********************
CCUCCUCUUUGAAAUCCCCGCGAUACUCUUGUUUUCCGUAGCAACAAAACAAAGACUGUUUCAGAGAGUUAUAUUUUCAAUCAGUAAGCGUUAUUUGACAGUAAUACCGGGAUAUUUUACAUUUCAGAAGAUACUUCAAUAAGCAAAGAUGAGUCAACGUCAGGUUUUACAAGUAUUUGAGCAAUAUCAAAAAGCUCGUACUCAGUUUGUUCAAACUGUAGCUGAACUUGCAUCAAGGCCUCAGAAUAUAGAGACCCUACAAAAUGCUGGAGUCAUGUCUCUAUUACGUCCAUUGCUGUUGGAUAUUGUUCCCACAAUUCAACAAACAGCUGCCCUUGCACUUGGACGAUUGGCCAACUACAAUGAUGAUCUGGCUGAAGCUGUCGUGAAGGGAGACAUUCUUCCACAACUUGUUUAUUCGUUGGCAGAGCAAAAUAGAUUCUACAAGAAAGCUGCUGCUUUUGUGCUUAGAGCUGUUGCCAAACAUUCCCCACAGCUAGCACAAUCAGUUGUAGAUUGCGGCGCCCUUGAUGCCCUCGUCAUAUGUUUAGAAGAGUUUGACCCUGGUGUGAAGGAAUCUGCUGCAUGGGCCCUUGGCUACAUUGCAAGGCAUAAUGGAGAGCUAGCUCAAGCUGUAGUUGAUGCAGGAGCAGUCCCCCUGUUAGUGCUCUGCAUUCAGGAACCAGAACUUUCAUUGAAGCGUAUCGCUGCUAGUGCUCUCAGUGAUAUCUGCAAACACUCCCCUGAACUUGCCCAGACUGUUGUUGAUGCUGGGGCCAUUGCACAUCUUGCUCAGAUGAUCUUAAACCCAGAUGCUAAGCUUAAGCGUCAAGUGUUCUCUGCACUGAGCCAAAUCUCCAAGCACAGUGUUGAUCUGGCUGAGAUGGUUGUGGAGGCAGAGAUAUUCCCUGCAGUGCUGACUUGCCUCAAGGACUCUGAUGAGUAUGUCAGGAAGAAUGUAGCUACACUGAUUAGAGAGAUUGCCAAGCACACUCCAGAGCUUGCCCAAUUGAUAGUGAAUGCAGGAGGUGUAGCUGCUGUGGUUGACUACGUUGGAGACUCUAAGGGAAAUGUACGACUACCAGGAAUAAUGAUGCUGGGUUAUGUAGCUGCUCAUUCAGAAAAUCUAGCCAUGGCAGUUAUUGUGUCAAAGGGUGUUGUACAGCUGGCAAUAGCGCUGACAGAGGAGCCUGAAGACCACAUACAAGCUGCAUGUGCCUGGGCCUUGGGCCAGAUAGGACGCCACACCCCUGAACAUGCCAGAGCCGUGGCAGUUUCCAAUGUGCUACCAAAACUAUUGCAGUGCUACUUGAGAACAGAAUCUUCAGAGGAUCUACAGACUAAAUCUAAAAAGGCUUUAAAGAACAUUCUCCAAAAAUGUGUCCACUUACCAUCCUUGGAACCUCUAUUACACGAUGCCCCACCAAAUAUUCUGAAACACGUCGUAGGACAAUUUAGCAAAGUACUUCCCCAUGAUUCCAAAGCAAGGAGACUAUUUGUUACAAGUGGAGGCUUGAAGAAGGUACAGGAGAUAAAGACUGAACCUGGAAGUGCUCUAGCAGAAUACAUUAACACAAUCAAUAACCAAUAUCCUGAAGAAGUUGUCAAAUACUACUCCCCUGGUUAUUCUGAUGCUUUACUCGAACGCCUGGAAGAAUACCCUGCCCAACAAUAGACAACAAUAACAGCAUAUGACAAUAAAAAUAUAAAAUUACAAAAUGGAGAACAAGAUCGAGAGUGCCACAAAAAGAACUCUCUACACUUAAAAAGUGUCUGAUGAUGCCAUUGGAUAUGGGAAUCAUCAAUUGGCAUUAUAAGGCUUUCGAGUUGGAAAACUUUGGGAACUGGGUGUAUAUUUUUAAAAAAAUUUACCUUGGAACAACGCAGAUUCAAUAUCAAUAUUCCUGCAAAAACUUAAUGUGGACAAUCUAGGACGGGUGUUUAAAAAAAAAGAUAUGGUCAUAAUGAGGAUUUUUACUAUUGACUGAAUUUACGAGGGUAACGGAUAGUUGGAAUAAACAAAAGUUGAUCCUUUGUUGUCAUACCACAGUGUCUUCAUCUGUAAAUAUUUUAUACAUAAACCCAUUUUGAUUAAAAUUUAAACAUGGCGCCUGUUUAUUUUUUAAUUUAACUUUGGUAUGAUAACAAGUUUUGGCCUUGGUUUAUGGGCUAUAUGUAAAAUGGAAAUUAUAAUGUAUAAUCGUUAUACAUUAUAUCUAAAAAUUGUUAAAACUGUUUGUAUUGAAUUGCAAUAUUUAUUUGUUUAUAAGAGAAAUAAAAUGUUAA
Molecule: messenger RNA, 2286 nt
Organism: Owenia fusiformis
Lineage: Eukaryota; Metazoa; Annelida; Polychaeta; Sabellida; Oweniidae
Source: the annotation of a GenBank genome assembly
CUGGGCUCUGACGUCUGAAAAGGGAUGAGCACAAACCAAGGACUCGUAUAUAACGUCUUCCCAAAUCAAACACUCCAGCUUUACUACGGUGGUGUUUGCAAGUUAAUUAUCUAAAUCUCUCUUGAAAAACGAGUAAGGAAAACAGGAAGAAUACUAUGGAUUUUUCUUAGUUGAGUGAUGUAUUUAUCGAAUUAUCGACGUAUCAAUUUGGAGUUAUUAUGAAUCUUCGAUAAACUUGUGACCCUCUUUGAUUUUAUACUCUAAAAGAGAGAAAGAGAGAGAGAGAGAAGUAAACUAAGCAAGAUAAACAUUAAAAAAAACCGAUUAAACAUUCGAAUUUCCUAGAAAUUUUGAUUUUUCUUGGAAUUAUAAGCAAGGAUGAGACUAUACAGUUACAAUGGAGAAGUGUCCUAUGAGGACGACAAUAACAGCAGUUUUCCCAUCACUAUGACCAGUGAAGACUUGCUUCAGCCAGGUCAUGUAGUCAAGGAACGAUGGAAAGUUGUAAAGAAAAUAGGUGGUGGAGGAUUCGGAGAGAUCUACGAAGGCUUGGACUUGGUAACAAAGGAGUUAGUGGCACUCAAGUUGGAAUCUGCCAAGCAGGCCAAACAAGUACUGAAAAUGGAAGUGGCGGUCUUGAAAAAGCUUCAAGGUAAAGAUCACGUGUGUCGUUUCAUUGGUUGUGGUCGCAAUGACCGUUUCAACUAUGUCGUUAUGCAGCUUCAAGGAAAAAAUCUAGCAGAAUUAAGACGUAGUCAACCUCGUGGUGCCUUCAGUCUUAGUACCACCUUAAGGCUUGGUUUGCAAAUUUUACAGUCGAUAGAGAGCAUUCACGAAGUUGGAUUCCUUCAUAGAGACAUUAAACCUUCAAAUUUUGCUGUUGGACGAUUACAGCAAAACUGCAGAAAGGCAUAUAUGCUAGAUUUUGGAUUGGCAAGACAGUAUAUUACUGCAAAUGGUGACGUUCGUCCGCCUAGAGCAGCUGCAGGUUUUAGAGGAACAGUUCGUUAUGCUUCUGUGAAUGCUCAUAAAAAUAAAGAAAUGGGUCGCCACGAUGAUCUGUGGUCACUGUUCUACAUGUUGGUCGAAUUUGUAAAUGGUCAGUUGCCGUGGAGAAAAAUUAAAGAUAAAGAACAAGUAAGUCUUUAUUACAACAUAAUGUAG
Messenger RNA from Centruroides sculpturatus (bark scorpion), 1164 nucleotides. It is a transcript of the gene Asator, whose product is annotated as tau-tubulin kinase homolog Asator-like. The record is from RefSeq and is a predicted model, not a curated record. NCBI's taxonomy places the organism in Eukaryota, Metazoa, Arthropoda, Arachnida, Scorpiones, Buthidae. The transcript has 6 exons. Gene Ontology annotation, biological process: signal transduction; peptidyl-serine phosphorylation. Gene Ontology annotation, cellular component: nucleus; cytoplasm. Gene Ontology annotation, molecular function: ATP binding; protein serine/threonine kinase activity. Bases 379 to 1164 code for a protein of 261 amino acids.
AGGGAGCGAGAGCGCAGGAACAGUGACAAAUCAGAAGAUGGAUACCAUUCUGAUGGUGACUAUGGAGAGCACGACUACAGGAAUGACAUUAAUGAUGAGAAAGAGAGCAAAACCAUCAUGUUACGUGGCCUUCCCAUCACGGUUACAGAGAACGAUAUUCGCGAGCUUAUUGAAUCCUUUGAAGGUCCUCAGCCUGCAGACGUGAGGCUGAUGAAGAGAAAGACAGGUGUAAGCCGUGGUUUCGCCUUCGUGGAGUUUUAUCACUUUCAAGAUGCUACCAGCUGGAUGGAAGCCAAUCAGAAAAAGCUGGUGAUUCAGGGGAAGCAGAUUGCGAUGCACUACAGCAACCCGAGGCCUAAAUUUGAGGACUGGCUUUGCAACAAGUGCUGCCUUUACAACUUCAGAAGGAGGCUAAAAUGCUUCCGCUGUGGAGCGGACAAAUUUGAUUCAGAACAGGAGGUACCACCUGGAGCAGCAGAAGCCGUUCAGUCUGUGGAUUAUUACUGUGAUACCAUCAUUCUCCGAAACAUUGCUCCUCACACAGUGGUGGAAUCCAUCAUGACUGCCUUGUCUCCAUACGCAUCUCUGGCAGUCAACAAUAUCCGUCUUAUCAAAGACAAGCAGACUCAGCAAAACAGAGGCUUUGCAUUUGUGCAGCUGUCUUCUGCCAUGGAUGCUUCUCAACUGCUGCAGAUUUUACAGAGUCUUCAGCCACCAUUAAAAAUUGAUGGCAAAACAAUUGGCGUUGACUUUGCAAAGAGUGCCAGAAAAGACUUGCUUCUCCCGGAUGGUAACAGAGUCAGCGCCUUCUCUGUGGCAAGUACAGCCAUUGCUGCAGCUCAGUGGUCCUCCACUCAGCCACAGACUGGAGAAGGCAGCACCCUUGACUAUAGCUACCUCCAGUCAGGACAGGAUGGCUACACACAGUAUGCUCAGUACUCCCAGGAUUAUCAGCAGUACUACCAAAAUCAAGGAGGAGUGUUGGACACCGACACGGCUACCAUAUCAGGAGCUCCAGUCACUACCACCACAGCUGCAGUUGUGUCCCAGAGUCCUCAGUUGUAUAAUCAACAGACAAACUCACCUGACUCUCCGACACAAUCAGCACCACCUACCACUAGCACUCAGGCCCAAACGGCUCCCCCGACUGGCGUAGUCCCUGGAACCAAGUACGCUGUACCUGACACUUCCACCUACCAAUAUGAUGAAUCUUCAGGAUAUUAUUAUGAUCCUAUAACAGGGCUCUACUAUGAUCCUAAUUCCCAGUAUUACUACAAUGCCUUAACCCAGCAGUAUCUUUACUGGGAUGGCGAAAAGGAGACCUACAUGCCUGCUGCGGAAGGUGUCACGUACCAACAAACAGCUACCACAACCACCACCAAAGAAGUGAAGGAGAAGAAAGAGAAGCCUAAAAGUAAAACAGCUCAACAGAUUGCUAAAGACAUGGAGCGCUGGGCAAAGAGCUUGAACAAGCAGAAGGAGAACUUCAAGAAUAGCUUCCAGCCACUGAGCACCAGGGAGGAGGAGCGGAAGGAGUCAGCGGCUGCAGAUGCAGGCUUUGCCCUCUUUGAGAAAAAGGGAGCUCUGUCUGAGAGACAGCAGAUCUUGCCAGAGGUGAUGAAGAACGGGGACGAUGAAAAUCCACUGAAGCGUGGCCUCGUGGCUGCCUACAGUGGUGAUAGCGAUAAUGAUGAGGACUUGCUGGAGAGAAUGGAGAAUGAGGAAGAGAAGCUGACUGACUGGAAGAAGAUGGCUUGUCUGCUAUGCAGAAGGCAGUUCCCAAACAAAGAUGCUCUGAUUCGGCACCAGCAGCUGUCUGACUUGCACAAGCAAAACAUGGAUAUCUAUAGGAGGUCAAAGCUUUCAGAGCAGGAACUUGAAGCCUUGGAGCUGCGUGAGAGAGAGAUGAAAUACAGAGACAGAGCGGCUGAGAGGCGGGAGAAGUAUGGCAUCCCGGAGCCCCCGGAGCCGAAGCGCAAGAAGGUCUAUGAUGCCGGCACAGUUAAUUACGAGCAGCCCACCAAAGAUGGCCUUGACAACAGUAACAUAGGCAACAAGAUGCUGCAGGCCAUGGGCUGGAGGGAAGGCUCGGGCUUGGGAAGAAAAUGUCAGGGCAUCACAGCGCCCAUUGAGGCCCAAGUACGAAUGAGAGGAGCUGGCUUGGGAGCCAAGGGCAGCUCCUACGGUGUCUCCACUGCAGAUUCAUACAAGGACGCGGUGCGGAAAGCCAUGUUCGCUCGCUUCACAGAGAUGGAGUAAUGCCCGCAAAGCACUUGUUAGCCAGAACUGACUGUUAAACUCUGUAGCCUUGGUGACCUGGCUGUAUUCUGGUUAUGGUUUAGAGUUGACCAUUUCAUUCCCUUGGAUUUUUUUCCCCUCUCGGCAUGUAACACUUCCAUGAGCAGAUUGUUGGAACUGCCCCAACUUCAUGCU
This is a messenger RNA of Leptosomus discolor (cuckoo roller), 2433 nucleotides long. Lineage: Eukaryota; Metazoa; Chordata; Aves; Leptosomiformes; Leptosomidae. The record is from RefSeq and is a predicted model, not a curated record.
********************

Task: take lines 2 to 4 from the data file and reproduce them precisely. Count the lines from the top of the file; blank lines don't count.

Molecule: messenger RNA, 2286 nt
Organism: Owenia fusiformis
Lineage: Eukaryota; Metazoa; Annelida; Polychaeta; Sabellida; Oweniidae